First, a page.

• Pre and post legislative impact assessment.

• Address problem of rising number of legislators with criminal background.

• Governments should be responsive to opposition and opposition to be responsible and constructive while resorting to available parliamentary instruments

Consensus on the proposal for simultaneous elections.

• Steps should be taken for the effective functioning of the Parliamentary Committees.

• The representation of women in legislatures needs to be raised.

 
Why is 15 point reform charter is necessary?


The present pitfalls of our parliamentary democracy are too well known to be elaborated. Briefly, these include:

Declining number of sittings of legislatures.

Persistent disruptions.

Declining quality btof legislatures with criminal record.

High degree of absenteeism.

Inadequate representation of women.

Rising money and muscle power in elections.zt47w

Lack of inner democracy in functioning of the political parties.

Poor knowledge, low argumentative power of the masses, negative influences of poverty and economic disparities.

Faulty ‘First Pass the Post (FPTP) election system.

Society’s perpetual habit of accepting all permeable state to control public and private affairs.

 

Way forward:

As an institution, Parliament is central to the very idea of democracy and was assigned a pivotal role in our Constitution by the founding fathers of the republic.

Yet, so many decades later, it has neither evolved nor matured as it could, might or should have. If anything, slowly but surely, it has diminished in stature and significance.



 

Source: PIB

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GS-II :
NATIONAL DIGITAL HEALTH BLUEPRINT

Context:

The government has released National Digital Health Blueprint (NDHB) which aims to create National Digital Health Eco-System, in public domain. Health Ministry has sought inputs from various stakeholders on its vision.


Findings of the National Digital Health Blueprint (NDHB):

It lays out the ‘building blocks’ for the implementation of the National Health Stack (NHS), which aims to deploy Artificial Intelligence (AI) in leveraging health records.

Keeping true to the government’s larger agenda, of ‘data as a public good’, the blueprint proposes the linking of multiple databases to generate greater and granular data that can be leveraged by the public as well as private sector – including insurance companies, hospitals, apps and researchers.

The blueprint proposes a National Digital Health Mission “as a purely government organisation with complete functional autonomy adopting some features of some of the existing National Information Utilities like UIDAI and GSTN.”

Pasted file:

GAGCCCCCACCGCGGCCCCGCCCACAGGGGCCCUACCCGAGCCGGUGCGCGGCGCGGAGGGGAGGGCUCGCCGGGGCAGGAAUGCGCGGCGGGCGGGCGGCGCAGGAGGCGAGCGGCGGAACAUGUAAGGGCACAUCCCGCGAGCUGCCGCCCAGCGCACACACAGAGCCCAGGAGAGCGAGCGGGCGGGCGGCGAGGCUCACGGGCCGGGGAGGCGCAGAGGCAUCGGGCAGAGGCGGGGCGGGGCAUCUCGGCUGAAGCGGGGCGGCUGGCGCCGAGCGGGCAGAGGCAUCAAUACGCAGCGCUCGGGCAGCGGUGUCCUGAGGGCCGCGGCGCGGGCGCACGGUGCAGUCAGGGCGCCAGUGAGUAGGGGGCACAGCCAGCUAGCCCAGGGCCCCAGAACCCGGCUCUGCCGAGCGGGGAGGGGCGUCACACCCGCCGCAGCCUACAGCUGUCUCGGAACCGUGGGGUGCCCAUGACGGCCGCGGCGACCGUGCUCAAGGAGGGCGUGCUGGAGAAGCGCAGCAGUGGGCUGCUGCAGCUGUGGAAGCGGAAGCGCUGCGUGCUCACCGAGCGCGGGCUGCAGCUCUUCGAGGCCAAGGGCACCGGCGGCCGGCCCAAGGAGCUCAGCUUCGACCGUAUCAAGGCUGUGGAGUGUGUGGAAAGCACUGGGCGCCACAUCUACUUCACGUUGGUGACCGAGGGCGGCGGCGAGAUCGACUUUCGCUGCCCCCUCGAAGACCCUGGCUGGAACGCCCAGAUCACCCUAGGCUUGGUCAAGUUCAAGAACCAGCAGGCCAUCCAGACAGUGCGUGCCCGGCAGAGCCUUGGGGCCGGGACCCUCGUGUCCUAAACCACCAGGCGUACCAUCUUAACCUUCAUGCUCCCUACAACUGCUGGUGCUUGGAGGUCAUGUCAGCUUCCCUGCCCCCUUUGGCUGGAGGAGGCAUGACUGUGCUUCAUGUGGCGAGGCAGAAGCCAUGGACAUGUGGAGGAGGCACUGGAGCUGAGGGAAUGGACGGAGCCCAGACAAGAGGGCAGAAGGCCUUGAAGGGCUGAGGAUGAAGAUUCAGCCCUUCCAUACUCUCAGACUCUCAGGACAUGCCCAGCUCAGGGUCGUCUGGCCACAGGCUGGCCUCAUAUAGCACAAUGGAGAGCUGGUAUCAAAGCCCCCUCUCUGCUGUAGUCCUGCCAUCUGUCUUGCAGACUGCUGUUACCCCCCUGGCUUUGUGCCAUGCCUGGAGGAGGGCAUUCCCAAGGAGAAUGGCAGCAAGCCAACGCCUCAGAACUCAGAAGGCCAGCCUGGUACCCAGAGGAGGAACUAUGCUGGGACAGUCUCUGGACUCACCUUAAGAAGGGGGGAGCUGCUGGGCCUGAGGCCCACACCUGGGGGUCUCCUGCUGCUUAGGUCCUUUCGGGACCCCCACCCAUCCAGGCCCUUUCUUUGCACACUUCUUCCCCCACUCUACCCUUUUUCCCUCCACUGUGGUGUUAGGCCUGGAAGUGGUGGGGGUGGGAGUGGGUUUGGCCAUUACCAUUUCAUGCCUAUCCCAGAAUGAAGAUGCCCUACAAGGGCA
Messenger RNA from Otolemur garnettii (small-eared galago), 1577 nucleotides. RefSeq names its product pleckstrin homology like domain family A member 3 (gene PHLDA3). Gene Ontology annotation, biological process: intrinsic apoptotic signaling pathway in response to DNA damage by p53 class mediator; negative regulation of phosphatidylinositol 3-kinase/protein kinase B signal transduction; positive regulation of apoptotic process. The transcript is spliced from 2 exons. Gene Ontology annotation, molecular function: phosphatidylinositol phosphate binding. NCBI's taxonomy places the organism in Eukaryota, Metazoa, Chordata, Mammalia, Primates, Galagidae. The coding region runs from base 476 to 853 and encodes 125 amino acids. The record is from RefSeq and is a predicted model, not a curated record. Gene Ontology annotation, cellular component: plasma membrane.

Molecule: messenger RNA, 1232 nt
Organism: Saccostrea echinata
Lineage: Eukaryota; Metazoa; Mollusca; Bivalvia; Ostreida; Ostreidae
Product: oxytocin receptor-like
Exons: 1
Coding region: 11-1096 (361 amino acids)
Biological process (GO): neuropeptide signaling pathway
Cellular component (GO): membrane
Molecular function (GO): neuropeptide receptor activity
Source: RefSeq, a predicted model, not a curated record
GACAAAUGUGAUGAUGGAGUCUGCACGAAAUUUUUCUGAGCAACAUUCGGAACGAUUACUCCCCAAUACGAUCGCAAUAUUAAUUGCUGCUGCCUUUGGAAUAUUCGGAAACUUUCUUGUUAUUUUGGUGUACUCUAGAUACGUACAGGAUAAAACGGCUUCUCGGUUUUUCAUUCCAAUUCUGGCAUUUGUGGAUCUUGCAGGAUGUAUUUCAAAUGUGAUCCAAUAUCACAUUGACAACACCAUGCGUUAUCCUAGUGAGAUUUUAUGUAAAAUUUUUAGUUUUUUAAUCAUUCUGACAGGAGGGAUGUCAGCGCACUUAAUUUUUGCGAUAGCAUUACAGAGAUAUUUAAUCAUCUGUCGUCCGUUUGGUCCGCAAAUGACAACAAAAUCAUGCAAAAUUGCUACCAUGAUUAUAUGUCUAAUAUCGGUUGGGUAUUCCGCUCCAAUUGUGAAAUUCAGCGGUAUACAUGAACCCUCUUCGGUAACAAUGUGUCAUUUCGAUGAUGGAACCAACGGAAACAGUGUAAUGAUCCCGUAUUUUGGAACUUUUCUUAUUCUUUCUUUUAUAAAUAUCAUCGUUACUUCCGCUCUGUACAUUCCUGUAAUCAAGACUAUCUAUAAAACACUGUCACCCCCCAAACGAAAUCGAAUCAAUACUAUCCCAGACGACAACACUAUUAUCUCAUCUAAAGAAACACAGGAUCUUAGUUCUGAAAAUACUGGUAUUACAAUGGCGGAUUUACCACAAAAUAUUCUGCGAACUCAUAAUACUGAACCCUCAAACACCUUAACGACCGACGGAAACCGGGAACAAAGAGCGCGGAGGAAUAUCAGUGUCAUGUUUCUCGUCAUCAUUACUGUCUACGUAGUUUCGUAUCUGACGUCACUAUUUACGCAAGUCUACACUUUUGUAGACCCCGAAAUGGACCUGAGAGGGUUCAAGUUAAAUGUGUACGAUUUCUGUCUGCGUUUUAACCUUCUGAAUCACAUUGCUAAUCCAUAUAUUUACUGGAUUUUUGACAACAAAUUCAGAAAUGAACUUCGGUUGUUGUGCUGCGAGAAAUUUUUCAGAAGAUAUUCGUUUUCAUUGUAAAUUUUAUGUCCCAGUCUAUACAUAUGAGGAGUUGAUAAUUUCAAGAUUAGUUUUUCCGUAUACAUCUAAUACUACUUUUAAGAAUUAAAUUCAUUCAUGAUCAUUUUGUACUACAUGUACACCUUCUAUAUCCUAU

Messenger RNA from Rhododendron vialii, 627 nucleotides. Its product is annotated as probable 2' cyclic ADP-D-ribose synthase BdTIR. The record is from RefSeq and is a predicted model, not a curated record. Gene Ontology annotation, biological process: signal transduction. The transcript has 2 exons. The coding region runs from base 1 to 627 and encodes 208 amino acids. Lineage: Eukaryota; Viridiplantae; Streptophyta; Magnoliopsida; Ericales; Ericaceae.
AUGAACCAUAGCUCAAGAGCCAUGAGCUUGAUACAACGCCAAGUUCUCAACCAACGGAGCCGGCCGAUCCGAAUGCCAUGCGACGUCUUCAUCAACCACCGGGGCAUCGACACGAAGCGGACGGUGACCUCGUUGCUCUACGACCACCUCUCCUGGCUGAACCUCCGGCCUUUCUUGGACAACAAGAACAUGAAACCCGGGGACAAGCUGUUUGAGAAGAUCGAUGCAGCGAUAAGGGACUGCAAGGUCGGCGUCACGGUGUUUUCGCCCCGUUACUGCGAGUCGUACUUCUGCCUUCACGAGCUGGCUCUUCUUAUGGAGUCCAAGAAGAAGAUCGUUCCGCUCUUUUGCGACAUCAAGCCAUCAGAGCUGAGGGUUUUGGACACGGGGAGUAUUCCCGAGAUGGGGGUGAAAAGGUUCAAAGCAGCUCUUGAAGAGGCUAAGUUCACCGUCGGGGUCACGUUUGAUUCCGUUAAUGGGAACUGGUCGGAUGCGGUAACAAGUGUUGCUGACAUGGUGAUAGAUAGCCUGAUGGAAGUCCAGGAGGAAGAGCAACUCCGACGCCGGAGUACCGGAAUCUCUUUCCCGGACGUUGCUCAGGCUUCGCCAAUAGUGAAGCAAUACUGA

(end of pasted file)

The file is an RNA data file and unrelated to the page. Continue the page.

The policy document essentially lays the implementation plan and defines the ‘building blocks’ of the NHS. In doing so, it lays down the following objectives:

To establish national and regional registries to create single source of truth in respect of Clinical Establishments, Healthcare Professionals, Health Workers and Pharmacies.

Creating a system of Personal Health Records accessible to the citizens and to the service providers based on citizen-consent.

Promoting the adoption of open standards by all the actors in the National Digital Health Ecosystem.

Promoting Health Data Analyticsand Medical Research.

Concerns:


This National Blueprint illustrates yet another example of the Centre moving forward with a major digitisation program involving the data of millions of citizens without a data protection law in place.

Data security is a prerequisite for any data movement. Currently, data privacy in health is a gray area.

Data researchers and activists have expressed concerns about the development of this policy, which proposes a health data set-up on a foundation of India Stack – a bouquet of privately-owned proprietary software applications.

Source: PIB

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GS-II :
Implementation of the Uniform Civil Code in a piecemeal manner

Context:

The Supreme Court’s recent judgement in the Jose Paulo Coutinho v. Maria Luiza Valentina Pereira case has revived the need for a Uniform Civil Code (UCC) in India.

Constitutional provisions:

  • Indian Constitution has a provision for the Uniform Civil Code (UCC) in Article 44 as a Directive Principle of State Policy, which says “The State shall endeavour to secure for the citizens a uniform civil code throughout the territory of India.”

What is the Uniform Civil Code?

  • The Uniform Civil Code (UCC) in India replaces the personal laws based on the scriptures and customs of each major religious community in the country with a common set of laws governing every citizen.

 Historical Background: